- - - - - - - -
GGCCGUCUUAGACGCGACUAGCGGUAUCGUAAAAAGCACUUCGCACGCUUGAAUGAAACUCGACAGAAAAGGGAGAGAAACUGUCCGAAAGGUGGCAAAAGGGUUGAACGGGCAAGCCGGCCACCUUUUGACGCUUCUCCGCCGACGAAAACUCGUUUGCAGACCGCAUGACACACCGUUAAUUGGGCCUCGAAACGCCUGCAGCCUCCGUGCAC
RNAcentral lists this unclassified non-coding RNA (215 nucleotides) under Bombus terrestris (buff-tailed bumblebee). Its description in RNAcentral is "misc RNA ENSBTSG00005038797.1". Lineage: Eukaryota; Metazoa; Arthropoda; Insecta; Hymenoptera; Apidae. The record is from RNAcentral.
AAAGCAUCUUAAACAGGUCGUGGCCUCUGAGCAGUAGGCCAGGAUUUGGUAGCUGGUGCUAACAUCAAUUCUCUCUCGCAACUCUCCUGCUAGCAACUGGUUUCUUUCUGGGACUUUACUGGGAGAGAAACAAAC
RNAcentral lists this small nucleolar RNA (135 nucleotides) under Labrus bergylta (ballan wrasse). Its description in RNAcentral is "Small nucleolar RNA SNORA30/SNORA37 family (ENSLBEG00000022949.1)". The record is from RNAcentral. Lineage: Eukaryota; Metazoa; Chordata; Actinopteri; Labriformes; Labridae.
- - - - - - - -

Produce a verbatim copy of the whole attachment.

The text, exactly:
GGCCGUCUUAGACGCGACUAGCGGUAUCGUAAAAAGCACUUCGCACGCUUGAAUGAAACUCGACAGAAAAGGGAGAGAAACUGUCCGAAAGGUGGCAAAAGGGUUGAACGGGCAAGCCGGCCACCUUUUGACGCUUCUCCGCCGACGAAAACUCGUUUGCAGACCGCAUGACACACCGUUAAUUGGGCCUCGAAACGCCUGCAGCCUCCGUGCAC
RNAcentral lists this unclassified non-coding RNA (215 nucleotides) under Bombus terrestris (buff-tailed bumblebee). Its description in RNAcentral is "misc RNA ENSBTSG00005038797.1". Lineage: Eukaryota; Metazoa; Arthropoda; Insecta; Hymenoptera; Apidae. The record is from RNAcentral.
AAAGCAUCUUAAACAGGUCGUGGCCUCUGAGCAGUAGGCCAGGAUUUGGUAGCUGGUGCUAACAUCAAUUCUCUCUCGCAACUCUCCUGCUAGCAACUGGUUUCUUUCUGGGACUUUACUGGGAGAGAAACAAAC
RNAcentral lists this small nucleolar RNA (135 nucleotides) under Labrus bergylta (ballan wrasse). Its description in RNAcentral is "Small nucleolar RNA SNORA30/SNORA37 family (ENSLBEG00000022949.1)". The record is from RNAcentral. Lineage: Eukaryota; Metazoa; Chordata; Actinopteri; Labriformes; Labridae.